Here's a selection of practical actions and suggestions on how to develop a low stress, high resilience mindset. Make this framework part of your daily routine.
1. Stress is not the enemy
Managing stress does not necessarily mean eliminating stress from your life.
The key to successful stress management is to know how far you are able to move out of your comfort zone, and how often you are willing to do this.
Provided you anticipate and manage periods of high demand, and balance these with appropriate periods of review and recovery, you'll be in control of your commitments and your attitude, and well positioned to communicate any concerns you may have if you feel you're moving away from your zone of best performance.
2. Managing stress levels with healthy eating
Each day, aim to consume more foods that calm you than those which can aggravate stress. Oily fish, chicken, turkey, whole-grains, berries and nuts, will all help keep you calm. Caffeine, sugar, chocolate, pastries, refined carbohydrates, high fat foods and alcohol can all contribute to increased stress levels.
3. How to get a great night of rest and recovery
To be at your most resilient, you need to rest and recover well at night, but in very busy periods people can find it difficult to relax unwind and sleep well.
Spend a little time researching your guaranteed pre-sleep routine for the period leading up to bedtime to ensure that you are able to fall asleep promptly when you’d like to, and achieve optimum quality and quantity of sleep.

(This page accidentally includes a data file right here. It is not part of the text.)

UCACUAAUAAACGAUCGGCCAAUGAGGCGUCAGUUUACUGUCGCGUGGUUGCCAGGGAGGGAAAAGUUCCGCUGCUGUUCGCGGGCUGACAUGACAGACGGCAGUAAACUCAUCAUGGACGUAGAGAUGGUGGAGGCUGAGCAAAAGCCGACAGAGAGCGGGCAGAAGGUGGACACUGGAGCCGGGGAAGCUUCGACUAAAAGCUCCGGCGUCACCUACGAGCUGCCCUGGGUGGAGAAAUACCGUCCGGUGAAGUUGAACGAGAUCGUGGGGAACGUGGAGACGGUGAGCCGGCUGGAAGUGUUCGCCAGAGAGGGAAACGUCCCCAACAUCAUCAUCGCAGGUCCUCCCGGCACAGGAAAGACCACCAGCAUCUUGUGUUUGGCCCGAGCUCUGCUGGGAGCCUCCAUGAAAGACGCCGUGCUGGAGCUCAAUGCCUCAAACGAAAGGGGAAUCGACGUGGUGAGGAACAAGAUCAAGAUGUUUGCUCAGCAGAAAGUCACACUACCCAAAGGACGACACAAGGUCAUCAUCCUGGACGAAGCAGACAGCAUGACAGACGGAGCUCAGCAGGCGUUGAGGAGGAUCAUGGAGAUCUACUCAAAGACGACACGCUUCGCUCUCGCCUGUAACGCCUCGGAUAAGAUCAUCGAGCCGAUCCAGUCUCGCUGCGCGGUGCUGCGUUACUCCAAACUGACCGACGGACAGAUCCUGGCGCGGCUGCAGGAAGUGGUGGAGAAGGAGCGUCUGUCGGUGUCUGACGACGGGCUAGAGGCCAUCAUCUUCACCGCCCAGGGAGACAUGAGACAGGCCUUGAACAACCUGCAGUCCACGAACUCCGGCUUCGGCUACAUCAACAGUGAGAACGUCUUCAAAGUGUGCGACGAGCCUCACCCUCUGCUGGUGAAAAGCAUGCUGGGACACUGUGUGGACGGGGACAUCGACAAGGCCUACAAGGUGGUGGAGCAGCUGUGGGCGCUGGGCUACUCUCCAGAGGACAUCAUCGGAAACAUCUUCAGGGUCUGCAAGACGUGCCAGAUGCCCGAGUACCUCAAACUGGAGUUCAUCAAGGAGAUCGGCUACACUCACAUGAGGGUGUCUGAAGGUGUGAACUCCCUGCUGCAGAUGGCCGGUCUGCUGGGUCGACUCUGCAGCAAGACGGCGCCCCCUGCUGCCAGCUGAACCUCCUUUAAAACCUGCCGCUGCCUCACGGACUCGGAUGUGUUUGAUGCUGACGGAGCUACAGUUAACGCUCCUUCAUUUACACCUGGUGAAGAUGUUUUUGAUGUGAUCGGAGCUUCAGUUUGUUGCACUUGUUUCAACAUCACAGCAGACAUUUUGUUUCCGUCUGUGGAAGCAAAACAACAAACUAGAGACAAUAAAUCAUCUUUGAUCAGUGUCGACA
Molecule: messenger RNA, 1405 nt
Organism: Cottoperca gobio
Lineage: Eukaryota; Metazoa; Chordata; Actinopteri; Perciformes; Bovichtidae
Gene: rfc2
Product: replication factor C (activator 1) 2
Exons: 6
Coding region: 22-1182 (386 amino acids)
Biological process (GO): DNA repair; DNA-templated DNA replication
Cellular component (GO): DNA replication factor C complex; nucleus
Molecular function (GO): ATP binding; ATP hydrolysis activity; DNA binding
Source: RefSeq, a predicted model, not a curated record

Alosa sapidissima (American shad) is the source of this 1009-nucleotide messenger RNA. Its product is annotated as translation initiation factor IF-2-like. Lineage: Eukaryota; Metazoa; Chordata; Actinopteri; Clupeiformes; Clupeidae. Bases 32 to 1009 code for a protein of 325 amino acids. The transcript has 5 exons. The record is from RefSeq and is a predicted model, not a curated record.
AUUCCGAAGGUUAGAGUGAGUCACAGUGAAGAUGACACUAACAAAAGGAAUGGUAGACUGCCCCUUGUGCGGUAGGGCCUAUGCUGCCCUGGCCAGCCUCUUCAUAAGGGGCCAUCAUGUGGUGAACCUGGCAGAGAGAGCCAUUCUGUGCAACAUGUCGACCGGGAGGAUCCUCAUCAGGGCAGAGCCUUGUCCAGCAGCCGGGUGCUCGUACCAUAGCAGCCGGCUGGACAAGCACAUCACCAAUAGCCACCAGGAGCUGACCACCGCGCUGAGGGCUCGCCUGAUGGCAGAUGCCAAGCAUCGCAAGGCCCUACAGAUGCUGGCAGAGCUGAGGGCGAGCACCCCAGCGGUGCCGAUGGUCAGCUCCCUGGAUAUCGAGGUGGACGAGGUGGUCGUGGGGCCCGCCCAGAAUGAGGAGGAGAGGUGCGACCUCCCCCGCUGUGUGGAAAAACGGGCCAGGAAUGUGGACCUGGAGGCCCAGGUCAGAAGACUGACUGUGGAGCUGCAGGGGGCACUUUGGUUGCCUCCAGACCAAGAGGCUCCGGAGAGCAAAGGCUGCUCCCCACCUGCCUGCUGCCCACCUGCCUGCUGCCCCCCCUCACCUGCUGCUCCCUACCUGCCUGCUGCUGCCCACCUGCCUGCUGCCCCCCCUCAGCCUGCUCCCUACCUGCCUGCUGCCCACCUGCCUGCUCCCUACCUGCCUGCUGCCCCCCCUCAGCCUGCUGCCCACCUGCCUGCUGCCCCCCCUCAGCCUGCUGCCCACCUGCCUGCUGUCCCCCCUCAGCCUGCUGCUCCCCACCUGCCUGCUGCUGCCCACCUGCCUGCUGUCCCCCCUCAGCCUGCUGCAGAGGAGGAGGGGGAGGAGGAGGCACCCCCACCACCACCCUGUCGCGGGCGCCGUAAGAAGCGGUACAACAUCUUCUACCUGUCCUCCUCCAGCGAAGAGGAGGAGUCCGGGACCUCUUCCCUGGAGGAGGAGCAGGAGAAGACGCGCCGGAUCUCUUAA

A warm drink and a few pages of a novel may be all you need to ensure good sleep. Don’t be tempted to work right up to the moment when you drop off.
4. Move more, stress less
Movement helps rid the body of stress hormones quickly so, even during your busiest periods, make sure you move regularly.
Don't view moving away from the desk as lost working time but instead associate it with an opportunity to stay calm, change your perspective, think creatively, and come up with some solutions that might be hard to access while sitting in front of your computer.
5. Balance your life and set some boundaries
Stress can be caused by too much work (or too much of anything in life) leaving you feeling that the balance isn't where you'd like it to be.
You'll find it harder to maintain balance in your routine if you're not clear what good balance looks like so be diligent in planning and making time for the things you enjoy and that nourish your overall success or there are plenty of other less enjoyable jobs waiting to steal that time.
6. Give yourself a break - regularly
Your mind and body need regular moments of distraction. Compile a list of small actions that you can do every day that you enjoy, that help you feel totally in the moment and that make you happy.
Then find an effective way to remember to put these actions into place. A few moments of reflection / distraction every 90 minutes can boost motivation and focus, and lead to your entire day being more productive.
7. Drink water, stay calm
Dehydration makes us irritable which leads to stress all round. Drink your 2-litres every day without fail.
8. Breathe, relax, refocus
It sounds obvious but we all think better and feel calmer when there's plenty of oxygen flowing to our brain. Regular breaks to breathe deeply and reassess your priorities for the day will help you minimise stress from morning to night.
9. Be a stress-reducing role model
Where you can, aim to reduce stress for others. Simple actions can make a huge difference so look to see where you can support your colleagues and they will look out for opportunities to return the favour.
Consider how you might avoid adding any stress to colleagues today – this is easily achieved by thinking about how you communicate. Aim to be focused with your emails, conversations and meetings so that you always help others to move projects steadily forward. Communicate messages that save colleagues time, rather than costing them time.